Monday, April 16, 2007

Sudan News Update: Government Reported to Accept Additional United Nations Forces

MONDAY, APRIL 16, 2007
19:57 MECCA TIME, 16:57 GMT

Sudan accepts UN deployment

Sudan has officially told the United Nations that it will accept additional UN troops and equipment being sent to help the African Union force struggling to maintain security in Darfur.

Attack helicopters and about 3,000 soldiers will be deployed as part of the second phase of a UN plan to stabilise the region.

The long-waited agreement came after John Negroponte, the US deputy secretary of state, warned Khartoum on Monday that it faced international isolation if it did not accept all phases of the plan.

"Sudan has accepted the second phase of the agreement of UN support for the African force," Lam Akol, Sudan's foreign minister, told a news conference, adding that this included the sticking point of deploying helicopter gunships.

Khartoum's green light came after Ban Ki-Moon, UN secretary general, last week reassured Sudan that the helicopters would only be used for deterrence, not for offensive purposes.

The first two phases of the UN plan mainly involve logistical and technical support, but Sudan has yet to give the go ahead for the final phase which would see thousands of UN troops deployed.

Negroponte used a five-day trip to Sudan to press officials to accept UN peacekeepers to support what is the world's largest humanitarian effort.

"We must move quickly to a larger, hybrid United Nations-African Union peacekeeping force with a single, unified chain of command that conforms to UN standards and practices," he said.

The US official also urged rebel groups to join peace negotiations and Khartoum to comply with a peace accord signed last year by disarming the Janjawid militia which is accused of atrocities in Darfur.

"The government of Sudan must disarm the Janjawid, the Arab militias that we all know could not exist without the Sudanese government's active support," he said.

Khartoum has always denied backing the Janjawid, despite accusations by the UN and the AU.

Earlier, the Saudi Press Agency had reported that Sudan had signed an agreement, brokered in Saudi Arabia, on the deployment of African Union (AU) and UN forces in Darfur.

King Abdullah, the Saudi monarch, "received a telephone call from Sudanese president Omar al-Bashir in which he informed him that the Sudanese government has signed an agreement with the UN and the AU that determines the duties and role of the African and UN forces in the Darfur region", the agency said.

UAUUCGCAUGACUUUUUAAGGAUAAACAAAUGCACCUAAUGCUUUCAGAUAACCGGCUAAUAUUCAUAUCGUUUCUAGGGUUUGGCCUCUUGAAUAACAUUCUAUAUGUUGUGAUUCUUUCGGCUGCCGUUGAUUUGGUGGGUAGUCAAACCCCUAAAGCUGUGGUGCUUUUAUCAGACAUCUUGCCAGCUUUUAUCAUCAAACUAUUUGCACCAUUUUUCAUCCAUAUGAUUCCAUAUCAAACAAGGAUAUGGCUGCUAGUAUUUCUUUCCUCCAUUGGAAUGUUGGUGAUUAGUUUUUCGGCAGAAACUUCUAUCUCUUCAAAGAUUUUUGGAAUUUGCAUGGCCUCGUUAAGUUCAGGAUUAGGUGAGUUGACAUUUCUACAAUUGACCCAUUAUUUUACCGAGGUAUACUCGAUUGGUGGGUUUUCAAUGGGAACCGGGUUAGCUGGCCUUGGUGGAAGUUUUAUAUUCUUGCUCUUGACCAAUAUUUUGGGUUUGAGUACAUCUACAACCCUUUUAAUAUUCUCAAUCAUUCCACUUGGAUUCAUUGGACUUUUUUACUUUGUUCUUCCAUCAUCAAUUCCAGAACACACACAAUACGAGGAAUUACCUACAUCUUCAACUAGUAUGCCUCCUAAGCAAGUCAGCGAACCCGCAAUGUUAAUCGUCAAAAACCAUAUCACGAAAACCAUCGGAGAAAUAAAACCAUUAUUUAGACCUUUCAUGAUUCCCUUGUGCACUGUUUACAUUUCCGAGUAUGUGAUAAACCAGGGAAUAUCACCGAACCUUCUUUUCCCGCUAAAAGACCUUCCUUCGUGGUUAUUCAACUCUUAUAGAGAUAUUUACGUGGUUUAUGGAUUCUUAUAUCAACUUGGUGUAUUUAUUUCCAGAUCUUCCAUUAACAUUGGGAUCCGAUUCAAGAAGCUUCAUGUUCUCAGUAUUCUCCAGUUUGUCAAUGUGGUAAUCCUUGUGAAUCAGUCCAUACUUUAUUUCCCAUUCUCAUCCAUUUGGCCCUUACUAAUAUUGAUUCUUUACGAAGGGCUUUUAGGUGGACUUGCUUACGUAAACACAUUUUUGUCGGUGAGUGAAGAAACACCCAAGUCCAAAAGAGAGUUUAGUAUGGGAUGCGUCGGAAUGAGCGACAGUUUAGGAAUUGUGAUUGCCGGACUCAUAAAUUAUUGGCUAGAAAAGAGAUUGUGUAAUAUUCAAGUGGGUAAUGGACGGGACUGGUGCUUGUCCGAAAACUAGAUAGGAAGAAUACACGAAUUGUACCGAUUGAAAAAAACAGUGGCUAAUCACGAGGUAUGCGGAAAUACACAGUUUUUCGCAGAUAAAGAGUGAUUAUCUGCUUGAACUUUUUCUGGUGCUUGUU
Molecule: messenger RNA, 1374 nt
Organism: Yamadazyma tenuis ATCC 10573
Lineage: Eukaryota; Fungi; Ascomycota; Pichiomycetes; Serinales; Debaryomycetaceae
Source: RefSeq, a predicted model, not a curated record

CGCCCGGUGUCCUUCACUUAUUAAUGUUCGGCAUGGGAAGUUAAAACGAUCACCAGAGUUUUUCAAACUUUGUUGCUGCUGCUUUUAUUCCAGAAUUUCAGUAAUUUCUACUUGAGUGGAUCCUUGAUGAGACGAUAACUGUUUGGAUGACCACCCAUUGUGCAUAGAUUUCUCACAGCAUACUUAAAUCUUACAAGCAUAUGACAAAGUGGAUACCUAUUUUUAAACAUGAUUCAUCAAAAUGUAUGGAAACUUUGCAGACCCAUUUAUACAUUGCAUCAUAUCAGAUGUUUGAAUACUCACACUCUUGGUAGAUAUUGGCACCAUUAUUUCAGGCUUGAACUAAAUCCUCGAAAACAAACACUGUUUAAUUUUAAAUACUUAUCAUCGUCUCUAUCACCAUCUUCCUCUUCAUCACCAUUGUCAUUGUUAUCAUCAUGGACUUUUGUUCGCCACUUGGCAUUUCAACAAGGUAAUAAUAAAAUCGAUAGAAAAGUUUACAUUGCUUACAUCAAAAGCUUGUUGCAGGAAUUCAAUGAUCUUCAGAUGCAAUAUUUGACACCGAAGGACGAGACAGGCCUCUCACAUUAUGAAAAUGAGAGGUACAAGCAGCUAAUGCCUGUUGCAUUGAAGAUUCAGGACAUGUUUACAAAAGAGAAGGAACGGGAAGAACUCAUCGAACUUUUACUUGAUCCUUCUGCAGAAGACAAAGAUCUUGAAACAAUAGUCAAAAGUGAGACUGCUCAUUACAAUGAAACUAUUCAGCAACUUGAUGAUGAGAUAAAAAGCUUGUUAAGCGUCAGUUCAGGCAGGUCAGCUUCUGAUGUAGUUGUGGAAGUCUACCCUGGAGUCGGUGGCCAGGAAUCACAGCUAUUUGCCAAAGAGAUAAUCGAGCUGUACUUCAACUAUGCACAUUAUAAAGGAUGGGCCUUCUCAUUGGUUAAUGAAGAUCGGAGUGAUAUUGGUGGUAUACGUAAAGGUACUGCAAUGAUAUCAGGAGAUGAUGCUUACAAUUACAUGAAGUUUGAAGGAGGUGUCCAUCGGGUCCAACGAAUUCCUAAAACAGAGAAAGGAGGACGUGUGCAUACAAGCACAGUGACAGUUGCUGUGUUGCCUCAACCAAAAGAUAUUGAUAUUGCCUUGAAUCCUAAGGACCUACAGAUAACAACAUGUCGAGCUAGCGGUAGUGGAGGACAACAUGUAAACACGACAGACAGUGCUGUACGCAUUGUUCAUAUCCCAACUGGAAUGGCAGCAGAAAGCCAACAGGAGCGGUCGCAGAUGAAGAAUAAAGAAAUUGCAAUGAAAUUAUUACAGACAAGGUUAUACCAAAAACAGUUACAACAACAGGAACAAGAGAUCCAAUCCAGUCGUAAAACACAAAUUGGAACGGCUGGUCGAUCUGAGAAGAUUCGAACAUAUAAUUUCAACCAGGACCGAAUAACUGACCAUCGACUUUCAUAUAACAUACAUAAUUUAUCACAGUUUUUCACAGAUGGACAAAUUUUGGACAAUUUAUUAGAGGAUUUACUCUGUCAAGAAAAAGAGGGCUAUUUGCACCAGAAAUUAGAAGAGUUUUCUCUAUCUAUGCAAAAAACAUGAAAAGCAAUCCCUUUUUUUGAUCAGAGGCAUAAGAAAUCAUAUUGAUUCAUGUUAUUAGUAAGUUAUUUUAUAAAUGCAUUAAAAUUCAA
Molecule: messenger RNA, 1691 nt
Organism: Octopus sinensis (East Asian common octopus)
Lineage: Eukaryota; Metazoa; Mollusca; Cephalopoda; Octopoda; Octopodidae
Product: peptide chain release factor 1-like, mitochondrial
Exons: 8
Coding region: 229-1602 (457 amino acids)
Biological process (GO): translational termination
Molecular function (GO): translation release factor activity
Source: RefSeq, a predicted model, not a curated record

Source: Agencies

Sudan open to thousands more AU Darfur troops

KHARTOUM, April 15 (Reuters) - Sudan will take as many more
African Union (AU) troops as needed to stabilise Darfur but will not bow to international pressure to accept a U.N. force in the troubled region, its foreign minister said on Sunday.

Lam Akol reiterated Khartoum's firm rejection of
international troops in Darfur as visiting U.S. Deputy Secretary of State John Negroponte pressed Sudanese officials to accept thousands of U.N. peacekeepers to support the world's biggest humanitarian effort there.

Khartoum had agreed on a plan to deploy two more battalions
-- which usually number between 500 and 1,000 troops -- of
African forces but was now open to a much larger number to
support 7,000 AU troops in Darfur, Akol said.

"Of course some members of the U.N. Security Council wanted
a bigger number," he told Reuters in an interview.

"This is why we agreed to a technical group to go on the
ground and be assisted by the Sudanese government to arrive at the figure they want. And that figure we will respect."

Asked if Sudan would accept up to 10,000 more troops, for
instance, Akol said: "We don't have any problem if it is
determined on a professional basis."

In the latest sign African soldiers are struggling in
Darfur, gunmen killed a major serving in the force, an AU
spokesman said on Sunday, making April the deadliest month so
far for the African troops.

The United Nations is nearing a deal with Khartoum to add
3,000 U.N. military personnel and equipment to the AU force
under a so-called heavy support package but Sudan has so far
objected to the U.N. fielding six attack helicopters.

Khartoum is likely to accept aircraft, said Akol, adding,
"we are looking at it favourably."


At the heart of the debate is the outcome of a November
meeting in Addis Ababa. The U.N. says Khartoum agreed then to a three-phase plan that would end with a hybrid AU-U.N. operation in Darfur. Sudan said it only agreed to the first two phases.

Akol said Sudanese officials told Negroponte pressure over a